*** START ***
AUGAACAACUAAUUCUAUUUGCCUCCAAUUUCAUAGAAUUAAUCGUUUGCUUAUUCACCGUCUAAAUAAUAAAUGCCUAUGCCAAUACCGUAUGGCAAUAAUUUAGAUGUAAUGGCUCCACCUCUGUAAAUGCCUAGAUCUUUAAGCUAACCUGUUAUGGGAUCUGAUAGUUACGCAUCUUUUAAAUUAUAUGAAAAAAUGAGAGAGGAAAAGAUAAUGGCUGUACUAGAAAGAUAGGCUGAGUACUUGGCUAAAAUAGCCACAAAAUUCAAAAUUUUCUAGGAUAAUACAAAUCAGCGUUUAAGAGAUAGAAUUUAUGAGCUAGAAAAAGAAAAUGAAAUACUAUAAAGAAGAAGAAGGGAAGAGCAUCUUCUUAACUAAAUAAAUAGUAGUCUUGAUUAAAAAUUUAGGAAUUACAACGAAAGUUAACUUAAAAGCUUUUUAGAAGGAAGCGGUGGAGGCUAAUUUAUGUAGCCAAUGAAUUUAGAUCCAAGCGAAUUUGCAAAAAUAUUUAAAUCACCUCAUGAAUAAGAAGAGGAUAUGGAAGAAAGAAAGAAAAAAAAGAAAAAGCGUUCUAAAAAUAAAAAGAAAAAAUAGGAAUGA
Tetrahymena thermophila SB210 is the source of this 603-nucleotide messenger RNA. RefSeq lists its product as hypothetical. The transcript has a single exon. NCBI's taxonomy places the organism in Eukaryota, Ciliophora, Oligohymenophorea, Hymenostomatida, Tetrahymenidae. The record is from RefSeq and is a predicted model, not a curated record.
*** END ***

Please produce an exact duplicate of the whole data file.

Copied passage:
AUGAACAACUAAUUCUAUUUGCCUCCAAUUUCAUAGAAUUAAUCGUUUGCUUAUUCACCGUCUAAAUAAUAAAUGCCUAUGCCAAUACCGUAUGGCAAUAAUUUAGAUGUAAUGGCUCCACCUCUGUAAAUGCCUAGAUCUUUAAGCUAACCUGUUAUGGGAUCUGAUAGUUACGCAUCUUUUAAAUUAUAUGAAAAAAUGAGAGAGGAAAAGAUAAUGGCUGUACUAGAAAGAUAGGCUGAGUACUUGGCUAAAAUAGCCACAAAAUUCAAAAUUUUCUAGGAUAAUACAAAUCAGCGUUUAAGAGAUAGAAUUUAUGAGCUAGAAAAAGAAAAUGAAAUACUAUAAAGAAGAAGAAGGGAAGAGCAUCUUCUUAACUAAAUAAAUAGUAGUCUUGAUUAAAAAUUUAGGAAUUACAACGAAAGUUAACUUAAAAGCUUUUUAGAAGGAAGCGGUGGAGGCUAAUUUAUGUAGCCAAUGAAUUUAGAUCCAAGCGAAUUUGCAAAAAUAUUUAAAUCACCUCAUGAAUAAGAAGAGGAUAUGGAAGAAAGAAAGAAAAAAAAGAAAAAGCGUUCUAAAAAUAAAAAGAAAAAAUAGGAAUGA
Tetrahymena thermophila SB210 is the source of this 603-nucleotide messenger RNA. RefSeq lists its product as hypothetical. The transcript has a single exon. NCBI's taxonomy places the organism in Eukaryota, Ciliophora, Oligohymenophorea, Hymenostomatida, Tetrahymenidae. The record is from RefSeq and is a predicted model, not a curated record.